Jarmo Mäkilä (b. 1952, Rauma, Finland) is known for his versatility and ability to evolve his artistic expression. He combines historical and contemporary elements together with rich, baroque-like expression. The starting point is autobiographical: the themes usually revolve around the journey from childhood to adulthood and the acceptance of the past. Currently, his expressive work has been freed and solidified, as his boy-series have travelled ever further into the three-dimensional world in the form of sculptures and installations. Within the forest scenery, finely detailed drawing combines with expressive painting, while the interiors, respectively, contain photo-like quality refinement and clear composition displaying scenes of stage play.
The political movements and radical atmosphere of the late 1960s and early 1970s were reflected in Mäkiläs early work. He painted in dark shades employing a realistic approach, and his subject matter featured working class themes. Later influences on Mäkilä's expression included art history, comics, and images from the rock-n-roll and film industries. Particularly in the 1980s, Mäkilä's topics were generated from popular culture and the phenomenon of consumer society. His ability to couple images from the media with mythological themes made him one of the most significant postmodern artists in Finland.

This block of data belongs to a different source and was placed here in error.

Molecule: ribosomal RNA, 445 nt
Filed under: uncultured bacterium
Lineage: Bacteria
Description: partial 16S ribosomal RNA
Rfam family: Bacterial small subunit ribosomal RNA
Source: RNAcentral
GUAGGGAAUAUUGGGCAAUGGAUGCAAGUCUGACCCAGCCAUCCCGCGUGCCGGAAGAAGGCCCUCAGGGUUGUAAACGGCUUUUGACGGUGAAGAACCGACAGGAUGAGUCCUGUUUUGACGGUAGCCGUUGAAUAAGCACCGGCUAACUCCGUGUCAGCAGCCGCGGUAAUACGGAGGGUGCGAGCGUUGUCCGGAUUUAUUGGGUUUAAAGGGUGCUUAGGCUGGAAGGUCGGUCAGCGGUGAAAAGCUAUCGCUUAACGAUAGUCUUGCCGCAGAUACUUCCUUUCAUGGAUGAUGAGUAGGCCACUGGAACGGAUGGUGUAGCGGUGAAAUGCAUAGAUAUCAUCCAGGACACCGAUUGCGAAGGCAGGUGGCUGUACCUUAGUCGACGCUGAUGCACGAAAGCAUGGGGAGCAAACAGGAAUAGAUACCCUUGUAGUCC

In recent years of his 40-year artistic career, Mäkilä has been internationally active. His work has been widely exhibited in galleries, museums and art fairs worldwide. He studied at the University of Helsinki's School of Art and Design, and in the Finnish Academy of Fine Arts. Mäkilä was awarded the Pro Finlandia-medal in 2002 and a Carnegie Art Award nominee in 2011. Mäkilä's artworks have been collected by all major art museums in Finland, as well as by foundations, institutions and private collections around the world.